How FX’s ‘Fleishman Is in Trouble’ differs from the novel

“Even our crises had to be small and civil,” laments Libby, narrator and wrestler for author Taffy Brodesser-Akner in the 2019 novel Fleishman Is in Trouble. Brodesser-Akner split the book into eight roughly hour-long episodes for FX/ABC converts, he smoothes out some rough edges but misses a prime opportunity to address an unfortunate paradox: that text about how society favors men’s stories over women’s stories itself privileges a man’s story over that of his female counterpart.

The popular novel entertained with its parade of supporting characters and sly motifs—yet rarely did this work of purported social commentary make convincing, meaningful commentary. “Fleishman,” the limited series, could have brought an outsider’s perspective on their deeper issues. But as screenwriter and executive producer, Brodesser-Akner stays closely connected to her own text, with results that are more style than substance.

The story begins shortly after Toby Fleishman’s youngest ex-wife, Rachel, dropped her children off on the wrong day; then she disappears entirely. We learn about Toby’s work as a hepatologist (a nod to Philip Roth’s Portnoy, whose priapine spirit plays a large part) and follow the unfolding story of a comatose liver patient. We witness Toby’s app-based dating experiences and his disdain for the Upper East Side, where his family lives.

We also meet his new college buddies: Wall Street brother Seth (Adam Brody on the show) and Libby (Lizzy Caplan), a magazine writer-turned-suburban mom. To provide emergency care for her children, Toby (Jesse Eisenberg) relies mostly on her nanny, a summer camp and a trip to the Hamptons (the Horror), taking time off work to socialize more and bond with Libby and Seth meeting. His clinical colleagues represent him at the hospital, where he is awaiting promotion. We tour his memoirs with the villainous Rachel (Claire Danes). and finally, take a brief look at Rachel’s experience and discover what became of her. After all, Libby concludes, when writing about a divorce, you need to tell both sides.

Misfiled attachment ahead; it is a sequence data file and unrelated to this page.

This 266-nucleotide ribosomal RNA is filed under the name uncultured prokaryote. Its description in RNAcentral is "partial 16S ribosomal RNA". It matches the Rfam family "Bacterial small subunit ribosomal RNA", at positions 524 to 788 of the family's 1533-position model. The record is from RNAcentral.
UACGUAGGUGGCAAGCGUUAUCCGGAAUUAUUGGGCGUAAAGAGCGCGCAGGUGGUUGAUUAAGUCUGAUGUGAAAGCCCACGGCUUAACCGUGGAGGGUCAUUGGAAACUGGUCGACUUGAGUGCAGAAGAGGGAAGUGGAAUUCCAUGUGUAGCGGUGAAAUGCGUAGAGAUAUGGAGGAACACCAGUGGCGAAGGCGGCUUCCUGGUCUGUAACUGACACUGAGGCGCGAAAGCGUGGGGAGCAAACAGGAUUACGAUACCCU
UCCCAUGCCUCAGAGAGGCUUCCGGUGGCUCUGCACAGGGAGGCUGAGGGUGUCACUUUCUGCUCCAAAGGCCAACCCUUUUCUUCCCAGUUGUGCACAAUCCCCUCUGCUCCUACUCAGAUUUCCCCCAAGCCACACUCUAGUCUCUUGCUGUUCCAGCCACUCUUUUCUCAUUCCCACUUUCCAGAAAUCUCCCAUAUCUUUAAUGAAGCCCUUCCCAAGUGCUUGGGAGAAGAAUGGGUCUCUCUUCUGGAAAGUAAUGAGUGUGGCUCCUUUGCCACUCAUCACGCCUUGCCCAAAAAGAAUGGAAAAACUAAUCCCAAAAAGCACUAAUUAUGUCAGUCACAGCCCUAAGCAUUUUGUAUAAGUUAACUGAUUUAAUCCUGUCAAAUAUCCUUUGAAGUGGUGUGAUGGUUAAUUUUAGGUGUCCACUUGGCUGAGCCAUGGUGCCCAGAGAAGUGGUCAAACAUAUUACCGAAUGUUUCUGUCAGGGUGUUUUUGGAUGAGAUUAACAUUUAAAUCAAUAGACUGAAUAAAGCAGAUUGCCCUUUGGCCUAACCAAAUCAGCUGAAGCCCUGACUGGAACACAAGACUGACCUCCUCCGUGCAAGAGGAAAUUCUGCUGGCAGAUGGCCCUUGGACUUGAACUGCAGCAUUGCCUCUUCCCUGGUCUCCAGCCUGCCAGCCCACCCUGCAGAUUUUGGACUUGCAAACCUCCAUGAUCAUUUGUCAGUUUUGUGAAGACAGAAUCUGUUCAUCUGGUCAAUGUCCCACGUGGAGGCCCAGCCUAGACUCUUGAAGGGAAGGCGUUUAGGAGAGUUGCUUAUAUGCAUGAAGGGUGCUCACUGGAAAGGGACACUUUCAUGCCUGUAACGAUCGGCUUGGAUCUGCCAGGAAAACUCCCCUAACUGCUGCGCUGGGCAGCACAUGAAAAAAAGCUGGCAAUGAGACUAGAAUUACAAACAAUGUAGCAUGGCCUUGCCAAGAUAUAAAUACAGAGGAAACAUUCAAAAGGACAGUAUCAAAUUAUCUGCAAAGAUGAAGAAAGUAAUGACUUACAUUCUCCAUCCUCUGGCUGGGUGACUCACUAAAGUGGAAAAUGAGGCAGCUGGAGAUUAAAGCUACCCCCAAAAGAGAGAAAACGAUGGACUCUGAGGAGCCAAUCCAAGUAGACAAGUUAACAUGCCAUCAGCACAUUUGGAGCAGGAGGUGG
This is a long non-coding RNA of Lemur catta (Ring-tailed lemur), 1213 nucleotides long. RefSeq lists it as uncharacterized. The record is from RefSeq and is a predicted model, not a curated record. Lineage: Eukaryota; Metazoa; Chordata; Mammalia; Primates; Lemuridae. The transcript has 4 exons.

"Fleishman is in trouble" by Taffy Brodesser-Akner

A Showrunner with some distance to the source material Rachel’s crises might have given more than a small and polite 30 minutes within the series’ ample eight hours – an even smaller proportion than the 50 of more than 300 pages she receives late in the novel. Rachel’s lack of screen time is even more perplexing as she is the most dynamic character with the most compelling story.

In the show’s late climax, Danes breathes life into Rachel with a bravura performance. She spends much of her segment in extremes: absorbing medical trauma, howling to save her life, frantically munching arugula in some sort of raging fugue state. Her scenes make the best use of the medium, but only hint at the low point of her ordeal. I’d like to think that somewhere in the book’s oft-mentioned “block universe” where everything happens at once, the truth of Rachel – a Scapegoat for most of the story – would mean more than one episode 7 plot twist.

As it is, the sudden revelation fits tonally awkwardly with a work presentation himself as a satire on life among New York’s rich and rich. Notable in Bonfire of the Vanities style are a high-end yoga retreat, a Sackler-like dynasty, a Hamilton-esque musical, and the Machista Gonzo author of a book in the vein of “Thy Neighbor’s Wife” (an attractive but repulsive Christian Slater).

The series adds some gadgets that work well on screen: a night out with Seth’s brothers, a backyard barbecue on Libby’s block, the 2016 presidential campaign. Other additions fall flat: a third visit to the same museum exhibit, an unlikely speech from Toby’s tween daughter and notably a split-screen scene of him at two different parties, the purpose of which is unclear. Is it supposed to remind us of his antagonism and insecurity when he’s not the top dog? Or to emphasize once again how much more authentic his old friends are than his neighbors? It seems to me that the technique could have been used elsewhere, perhaps to show “both sides” of the marriage.